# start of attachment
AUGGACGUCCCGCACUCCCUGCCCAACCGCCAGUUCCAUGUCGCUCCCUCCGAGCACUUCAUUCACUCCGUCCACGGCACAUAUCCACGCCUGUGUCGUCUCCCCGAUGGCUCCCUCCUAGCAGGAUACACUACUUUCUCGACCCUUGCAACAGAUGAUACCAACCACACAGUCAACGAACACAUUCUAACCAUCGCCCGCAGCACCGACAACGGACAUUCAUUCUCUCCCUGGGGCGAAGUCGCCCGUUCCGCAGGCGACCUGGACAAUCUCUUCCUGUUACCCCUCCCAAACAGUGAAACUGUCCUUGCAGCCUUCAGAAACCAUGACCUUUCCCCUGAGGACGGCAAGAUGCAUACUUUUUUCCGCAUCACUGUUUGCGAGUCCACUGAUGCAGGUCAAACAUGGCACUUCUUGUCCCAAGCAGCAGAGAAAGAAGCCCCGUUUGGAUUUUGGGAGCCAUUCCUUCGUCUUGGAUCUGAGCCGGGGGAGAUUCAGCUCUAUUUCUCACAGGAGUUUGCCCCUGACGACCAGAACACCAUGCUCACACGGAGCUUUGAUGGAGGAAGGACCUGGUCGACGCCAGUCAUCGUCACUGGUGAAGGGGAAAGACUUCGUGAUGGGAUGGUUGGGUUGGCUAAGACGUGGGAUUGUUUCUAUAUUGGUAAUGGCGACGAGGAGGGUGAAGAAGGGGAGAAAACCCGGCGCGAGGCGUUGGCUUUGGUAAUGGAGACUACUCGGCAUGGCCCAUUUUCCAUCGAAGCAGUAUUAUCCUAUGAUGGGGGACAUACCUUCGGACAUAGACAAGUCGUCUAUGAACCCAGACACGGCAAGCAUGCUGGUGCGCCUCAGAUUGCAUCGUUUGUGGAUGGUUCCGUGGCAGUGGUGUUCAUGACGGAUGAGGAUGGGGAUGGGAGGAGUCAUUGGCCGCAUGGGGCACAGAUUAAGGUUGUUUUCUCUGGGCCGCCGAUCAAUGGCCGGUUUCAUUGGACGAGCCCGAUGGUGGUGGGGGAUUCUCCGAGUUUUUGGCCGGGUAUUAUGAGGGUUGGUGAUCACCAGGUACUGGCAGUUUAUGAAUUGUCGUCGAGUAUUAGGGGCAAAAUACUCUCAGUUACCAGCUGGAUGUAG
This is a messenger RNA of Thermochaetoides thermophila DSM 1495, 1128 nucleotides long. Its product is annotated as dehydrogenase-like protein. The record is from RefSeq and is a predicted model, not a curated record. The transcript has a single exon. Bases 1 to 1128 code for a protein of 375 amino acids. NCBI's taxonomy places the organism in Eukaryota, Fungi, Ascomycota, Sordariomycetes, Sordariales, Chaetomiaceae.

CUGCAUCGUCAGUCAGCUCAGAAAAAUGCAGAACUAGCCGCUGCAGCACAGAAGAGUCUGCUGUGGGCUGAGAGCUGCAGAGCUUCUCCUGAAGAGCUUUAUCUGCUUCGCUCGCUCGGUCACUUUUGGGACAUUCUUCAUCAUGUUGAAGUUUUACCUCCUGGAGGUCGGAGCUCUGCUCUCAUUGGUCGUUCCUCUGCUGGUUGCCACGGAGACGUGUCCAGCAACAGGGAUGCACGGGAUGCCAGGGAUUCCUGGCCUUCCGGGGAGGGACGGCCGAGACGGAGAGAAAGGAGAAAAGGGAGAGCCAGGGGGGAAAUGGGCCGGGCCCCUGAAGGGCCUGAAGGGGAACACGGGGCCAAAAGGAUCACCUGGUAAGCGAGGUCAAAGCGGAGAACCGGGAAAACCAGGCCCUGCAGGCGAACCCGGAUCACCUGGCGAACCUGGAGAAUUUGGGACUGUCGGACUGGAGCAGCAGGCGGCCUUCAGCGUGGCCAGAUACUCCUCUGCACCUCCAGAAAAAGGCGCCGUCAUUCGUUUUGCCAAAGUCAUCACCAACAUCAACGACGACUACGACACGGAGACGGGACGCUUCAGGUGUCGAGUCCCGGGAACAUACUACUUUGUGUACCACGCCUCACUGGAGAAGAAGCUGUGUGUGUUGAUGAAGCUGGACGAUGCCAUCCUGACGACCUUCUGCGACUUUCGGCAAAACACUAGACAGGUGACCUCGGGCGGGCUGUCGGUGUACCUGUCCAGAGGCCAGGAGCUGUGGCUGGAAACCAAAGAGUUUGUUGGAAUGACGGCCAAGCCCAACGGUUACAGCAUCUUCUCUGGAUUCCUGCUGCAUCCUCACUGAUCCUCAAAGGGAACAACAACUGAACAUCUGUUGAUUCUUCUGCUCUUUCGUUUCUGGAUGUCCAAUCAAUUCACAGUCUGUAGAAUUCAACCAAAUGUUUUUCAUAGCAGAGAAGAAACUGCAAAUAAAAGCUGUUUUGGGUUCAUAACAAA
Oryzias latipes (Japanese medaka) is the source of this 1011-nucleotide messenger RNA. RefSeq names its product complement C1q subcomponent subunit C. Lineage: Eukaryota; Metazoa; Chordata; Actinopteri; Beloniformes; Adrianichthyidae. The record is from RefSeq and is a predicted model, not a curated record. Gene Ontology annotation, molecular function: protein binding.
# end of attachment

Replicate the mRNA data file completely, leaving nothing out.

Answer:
AUGGACGUCCCGCACUCCCUGCCCAACCGCCAGUUCCAUGUCGCUCCCUCCGAGCACUUCAUUCACUCCGUCCACGGCACAUAUCCACGCCUGUGUCGUCUCCCCGAUGGCUCCCUCCUAGCAGGAUACACUACUUUCUCGACCCUUGCAACAGAUGAUACCAACCACACAGUCAACGAACACAUUCUAACCAUCGCCCGCAGCACCGACAACGGACAUUCAUUCUCUCCCUGGGGCGAAGUCGCCCGUUCCGCAGGCGACCUGGACAAUCUCUUCCUGUUACCCCUCCCAAACAGUGAAACUGUCCUUGCAGCCUUCAGAAACCAUGACCUUUCCCCUGAGGACGGCAAGAUGCAUACUUUUUUCCGCAUCACUGUUUGCGAGUCCACUGAUGCAGGUCAAACAUGGCACUUCUUGUCCCAAGCAGCAGAGAAAGAAGCCCCGUUUGGAUUUUGGGAGCCAUUCCUUCGUCUUGGAUCUGAGCCGGGGGAGAUUCAGCUCUAUUUCUCACAGGAGUUUGCCCCUGACGACCAGAACACCAUGCUCACACGGAGCUUUGAUGGAGGAAGGACCUGGUCGACGCCAGUCAUCGUCACUGGUGAAGGGGAAAGACUUCGUGAUGGGAUGGUUGGGUUGGCUAAGACGUGGGAUUGUUUCUAUAUUGGUAAUGGCGACGAGGAGGGUGAAGAAGGGGAGAAAACCCGGCGCGAGGCGUUGGCUUUGGUAAUGGAGACUACUCGGCAUGGCCCAUUUUCCAUCGAAGCAGUAUUAUCCUAUGAUGGGGGACAUACCUUCGGACAUAGACAAGUCGUCUAUGAACCCAGACACGGCAAGCAUGCUGGUGCGCCUCAGAUUGCAUCGUUUGUGGAUGGUUCCGUGGCAGUGGUGUUCAUGACGGAUGAGGAUGGGGAUGGGAGGAGUCAUUGGCCGCAUGGGGCACAGAUUAAGGUUGUUUUCUCUGGGCCGCCGAUCAAUGGCCGGUUUCAUUGGACGAGCCCGAUGGUGGUGGGGGAUUCUCCGAGUUUUUGGCCGGGUAUUAUGAGGGUUGGUGAUCACCAGGUACUGGCAGUUUAUGAAUUGUCGUCGAGUAUUAGGGGCAAAAUACUCUCAGUUACCAGCUGGAUGUAG
This is a messenger RNA of Thermochaetoides thermophila DSM 1495, 1128 nucleotides long. Its product is annotated as dehydrogenase-like protein. The record is from RefSeq and is a predicted model, not a curated record. The transcript has a single exon. Bases 1 to 1128 code for a protein of 375 amino acids. NCBI's taxonomy places the organism in Eukaryota, Fungi, Ascomycota, Sordariomycetes, Sordariales, Chaetomiaceae.

CUGCAUCGUCAGUCAGCUCAGAAAAAUGCAGAACUAGCCGCUGCAGCACAGAAGAGUCUGCUGUGGGCUGAGAGCUGCAGAGCUUCUCCUGAAGAGCUUUAUCUGCUUCGCUCGCUCGGUCACUUUUGGGACAUUCUUCAUCAUGUUGAAGUUUUACCUCCUGGAGGUCGGAGCUCUGCUCUCAUUGGUCGUUCCUCUGCUGGUUGCCACGGAGACGUGUCCAGCAACAGGGAUGCACGGGAUGCCAGGGAUUCCUGGCCUUCCGGGGAGGGACGGCCGAGACGGAGAGAAAGGAGAAAAGGGAGAGCCAGGGGGGAAAUGGGCCGGGCCCCUGAAGGGCCUGAAGGGGAACACGGGGCCAAAAGGAUCACCUGGUAAGCGAGGUCAAAGCGGAGAACCGGGAAAACCAGGCCCUGCAGGCGAACCCGGAUCACCUGGCGAACCUGGAGAAUUUGGGACUGUCGGACUGGAGCAGCAGGCGGCCUUCAGCGUGGCCAGAUACUCCUCUGCACCUCCAGAAAAAGGCGCCGUCAUUCGUUUUGCCAAAGUCAUCACCAACAUCAACGACGACUACGACACGGAGACGGGACGCUUCAGGUGUCGAGUCCCGGGAACAUACUACUUUGUGUACCACGCCUCACUGGAGAAGAAGCUGUGUGUGUUGAUGAAGCUGGACGAUGCCAUCCUGACGACCUUCUGCGACUUUCGGCAAAACACUAGACAGGUGACCUCGGGCGGGCUGUCGGUGUACCUGUCCAGAGGCCAGGAGCUGUGGCUGGAAACCAAAGAGUUUGUUGGAAUGACGGCCAAGCCCAACGGUUACAGCAUCUUCUCUGGAUUCCUGCUGCAUCCUCACUGAUCCUCAAAGGGAACAACAACUGAACAUCUGUUGAUUCUUCUGCUCUUUCGUUUCUGGAUGUCCAAUCAAUUCACAGUCUGUAGAAUUCAACCAAAUGUUUUUCAUAGCAGAGAAGAAACUGCAAAUAAAAGCUGUUUUGGGUUCAUAACAAA
Oryzias latipes (Japanese medaka) is the source of this 1011-nucleotide messenger RNA. RefSeq names its product complement C1q subcomponent subunit C. Lineage: Eukaryota; Metazoa; Chordata; Actinopteri; Beloniformes; Adrianichthyidae. The record is from RefSeq and is a predicted model, not a curated record. Gene Ontology annotation, molecular function: protein binding.